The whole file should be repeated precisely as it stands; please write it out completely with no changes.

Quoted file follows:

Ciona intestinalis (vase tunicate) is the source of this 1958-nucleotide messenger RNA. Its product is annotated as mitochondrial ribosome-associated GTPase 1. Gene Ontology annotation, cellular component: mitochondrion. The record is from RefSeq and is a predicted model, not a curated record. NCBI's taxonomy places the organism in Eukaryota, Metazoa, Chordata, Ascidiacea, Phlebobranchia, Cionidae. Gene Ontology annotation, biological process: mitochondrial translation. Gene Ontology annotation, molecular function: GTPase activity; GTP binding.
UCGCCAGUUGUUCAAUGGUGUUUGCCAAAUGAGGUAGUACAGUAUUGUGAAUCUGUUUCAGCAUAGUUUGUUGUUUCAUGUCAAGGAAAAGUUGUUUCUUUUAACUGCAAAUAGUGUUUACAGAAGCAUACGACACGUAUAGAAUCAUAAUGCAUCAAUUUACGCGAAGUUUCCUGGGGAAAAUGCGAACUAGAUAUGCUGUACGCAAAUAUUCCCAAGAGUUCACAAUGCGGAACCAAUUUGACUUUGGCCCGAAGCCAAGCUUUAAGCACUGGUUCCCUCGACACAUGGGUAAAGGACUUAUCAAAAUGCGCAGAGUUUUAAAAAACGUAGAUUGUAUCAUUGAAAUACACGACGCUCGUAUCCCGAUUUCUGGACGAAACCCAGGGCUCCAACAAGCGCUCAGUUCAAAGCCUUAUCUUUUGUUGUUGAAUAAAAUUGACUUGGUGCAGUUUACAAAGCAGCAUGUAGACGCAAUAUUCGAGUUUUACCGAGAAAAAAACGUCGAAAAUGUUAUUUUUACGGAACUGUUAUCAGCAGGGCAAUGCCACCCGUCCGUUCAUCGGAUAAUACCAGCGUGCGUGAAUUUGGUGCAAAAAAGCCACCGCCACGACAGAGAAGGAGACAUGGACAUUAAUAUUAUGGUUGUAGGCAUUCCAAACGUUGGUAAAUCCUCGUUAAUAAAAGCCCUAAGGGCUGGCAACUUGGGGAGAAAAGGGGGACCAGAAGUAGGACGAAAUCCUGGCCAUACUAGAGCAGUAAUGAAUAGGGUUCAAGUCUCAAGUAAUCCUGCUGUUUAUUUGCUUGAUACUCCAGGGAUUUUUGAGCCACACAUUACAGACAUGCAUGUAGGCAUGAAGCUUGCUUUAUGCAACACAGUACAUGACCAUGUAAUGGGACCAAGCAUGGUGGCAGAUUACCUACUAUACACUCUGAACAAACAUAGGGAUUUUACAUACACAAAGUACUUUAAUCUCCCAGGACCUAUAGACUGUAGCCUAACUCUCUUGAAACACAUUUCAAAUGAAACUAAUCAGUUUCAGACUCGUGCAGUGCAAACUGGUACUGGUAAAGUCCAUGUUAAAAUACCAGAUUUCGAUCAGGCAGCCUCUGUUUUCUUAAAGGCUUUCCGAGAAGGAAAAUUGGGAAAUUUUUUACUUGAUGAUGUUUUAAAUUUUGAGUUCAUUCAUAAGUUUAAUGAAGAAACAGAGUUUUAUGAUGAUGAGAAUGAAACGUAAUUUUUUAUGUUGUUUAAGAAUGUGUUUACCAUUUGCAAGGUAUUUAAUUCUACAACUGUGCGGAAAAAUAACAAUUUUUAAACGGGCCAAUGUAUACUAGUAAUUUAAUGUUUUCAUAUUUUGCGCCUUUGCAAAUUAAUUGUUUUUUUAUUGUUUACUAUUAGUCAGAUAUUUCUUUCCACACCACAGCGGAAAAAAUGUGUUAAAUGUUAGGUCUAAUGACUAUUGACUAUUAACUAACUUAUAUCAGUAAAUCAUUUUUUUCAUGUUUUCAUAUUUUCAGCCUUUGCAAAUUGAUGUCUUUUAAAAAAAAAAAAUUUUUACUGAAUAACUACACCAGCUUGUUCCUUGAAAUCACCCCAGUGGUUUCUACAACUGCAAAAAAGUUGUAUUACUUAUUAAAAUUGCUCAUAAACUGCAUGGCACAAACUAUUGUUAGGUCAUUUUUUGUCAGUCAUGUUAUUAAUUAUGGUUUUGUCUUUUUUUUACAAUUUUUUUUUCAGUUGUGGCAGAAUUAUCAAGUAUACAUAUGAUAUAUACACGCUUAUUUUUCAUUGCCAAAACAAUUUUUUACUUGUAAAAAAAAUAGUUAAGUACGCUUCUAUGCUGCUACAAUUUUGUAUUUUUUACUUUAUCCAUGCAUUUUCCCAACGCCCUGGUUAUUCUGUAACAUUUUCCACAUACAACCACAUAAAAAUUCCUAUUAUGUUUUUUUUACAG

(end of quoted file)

Ciona intestinalis (vase tunicate) is the source of this 1958-nucleotide messenger RNA. Its product is annotated as mitochondrial ribosome-associated GTPase 1. Gene Ontology annotation, cellular component: mitochondrion. The record is from RefSeq and is a predicted model, not a curated record. NCBI's taxonomy places the organism in Eukaryota, Metazoa, Chordata, Ascidiacea, Phlebobranchia, Cionidae. Gene Ontology annotation, biological process: mitochondrial translation. Gene Ontology annotation, molecular function: GTPase activity; GTP binding.
UCGCCAGUUGUUCAAUGGUGUUUGCCAAAUGAGGUAGUACAGUAUUGUGAAUCUGUUUCAGCAUAGUUUGUUGUUUCAUGUCAAGGAAAAGUUGUUUCUUUUAACUGCAAAUAGUGUUUACAGAAGCAUACGACACGUAUAGAAUCAUAAUGCAUCAAUUUACGCGAAGUUUCCUGGGGAAAAUGCGAACUAGAUAUGCUGUACGCAAAUAUUCCCAAGAGUUCACAAUGCGGAACCAAUUUGACUUUGGCCCGAAGCCAAGCUUUAAGCACUGGUUCCCUCGACACAUGGGUAAAGGACUUAUCAAAAUGCGCAGAGUUUUAAAAAACGUAGAUUGUAUCAUUGAAAUACACGACGCUCGUAUCCCGAUUUCUGGACGAAACCCAGGGCUCCAACAAGCGCUCAGUUCAAAGCCUUAUCUUUUGUUGUUGAAUAAAAUUGACUUGGUGCAGUUUACAAAGCAGCAUGUAGACGCAAUAUUCGAGUUUUACCGAGAAAAAAACGUCGAAAAUGUUAUUUUUACGGAACUGUUAUCAGCAGGGCAAUGCCACCCGUCCGUUCAUCGGAUAAUACCAGCGUGCGUGAAUUUGGUGCAAAAAAGCCACCGCCACGACAGAGAAGGAGACAUGGACAUUAAUAUUAUGGUUGUAGGCAUUCCAAACGUUGGUAAAUCCUCGUUAAUAAAAGCCCUAAGGGCUGGCAACUUGGGGAGAAAAGGGGGACCAGAAGUAGGACGAAAUCCUGGCCAUACUAGAGCAGUAAUGAAUAGGGUUCAAGUCUCAAGUAAUCCUGCUGUUUAUUUGCUUGAUACUCCAGGGAUUUUUGAGCCACACAUUACAGACAUGCAUGUAGGCAUGAAGCUUGCUUUAUGCAACACAGUACAUGACCAUGUAAUGGGACCAAGCAUGGUGGCAGAUUACCUACUAUACACUCUGAACAAACAUAGGGAUUUUACAUACACAAAGUACUUUAAUCUCCCAGGACCUAUAGACUGUAGCCUAACUCUCUUGAAACACAUUUCAAAUGAAACUAAUCAGUUUCAGACUCGUGCAGUGCAAACUGGUACUGGUAAAGUCCAUGUUAAAAUACCAGAUUUCGAUCAGGCAGCCUCUGUUUUCUUAAAGGCUUUCCGAGAAGGAAAAUUGGGAAAUUUUUUACUUGAUGAUGUUUUAAAUUUUGAGUUCAUUCAUAAGUUUAAUGAAGAAACAGAGUUUUAUGAUGAUGAGAAUGAAACGUAAUUUUUUAUGUUGUUUAAGAAUGUGUUUACCAUUUGCAAGGUAUUUAAUUCUACAACUGUGCGGAAAAAUAACAAUUUUUAAACGGGCCAAUGUAUACUAGUAAUUUAAUGUUUUCAUAUUUUGCGCCUUUGCAAAUUAAUUGUUUUUUUAUUGUUUACUAUUAGUCAGAUAUUUCUUUCCACACCACAGCGGAAAAAAUGUGUUAAAUGUUAGGUCUAAUGACUAUUGACUAUUAACUAACUUAUAUCAGUAAAUCAUUUUUUUCAUGUUUUCAUAUUUUCAGCCUUUGCAAAUUGAUGUCUUUUAAAAAAAAAAAAUUUUUACUGAAUAACUACACCAGCUUGUUCCUUGAAAUCACCCCAGUGGUUUCUACAACUGCAAAAAAGUUGUAUUACUUAUUAAAAUUGCUCAUAAACUGCAUGGCACAAACUAUUGUUAGGUCAUUUUUUGUCAGUCAUGUUAUUAAUUAUGGUUUUGUCUUUUUUUUACAAUUUUUUUUUCAGUUGUGGCAGAAUUAUCAAGUAUACAUAUGAUAUAUACACGCUUAUUUUUCAUUGCCAAAACAAUUUUUUACUUGUAAAAAAAAUAGUUAAGUACGCUUCUAUGCUGCUACAAUUUUGUAUUUUUUACUUUAUCCAUGCAUUUUCCCAACGCCCUGGUUAUUCUGUAACAUUUUCCACAUACAACCACAUAAAAAUUCCUAUUAUGUUUUUUUUACAG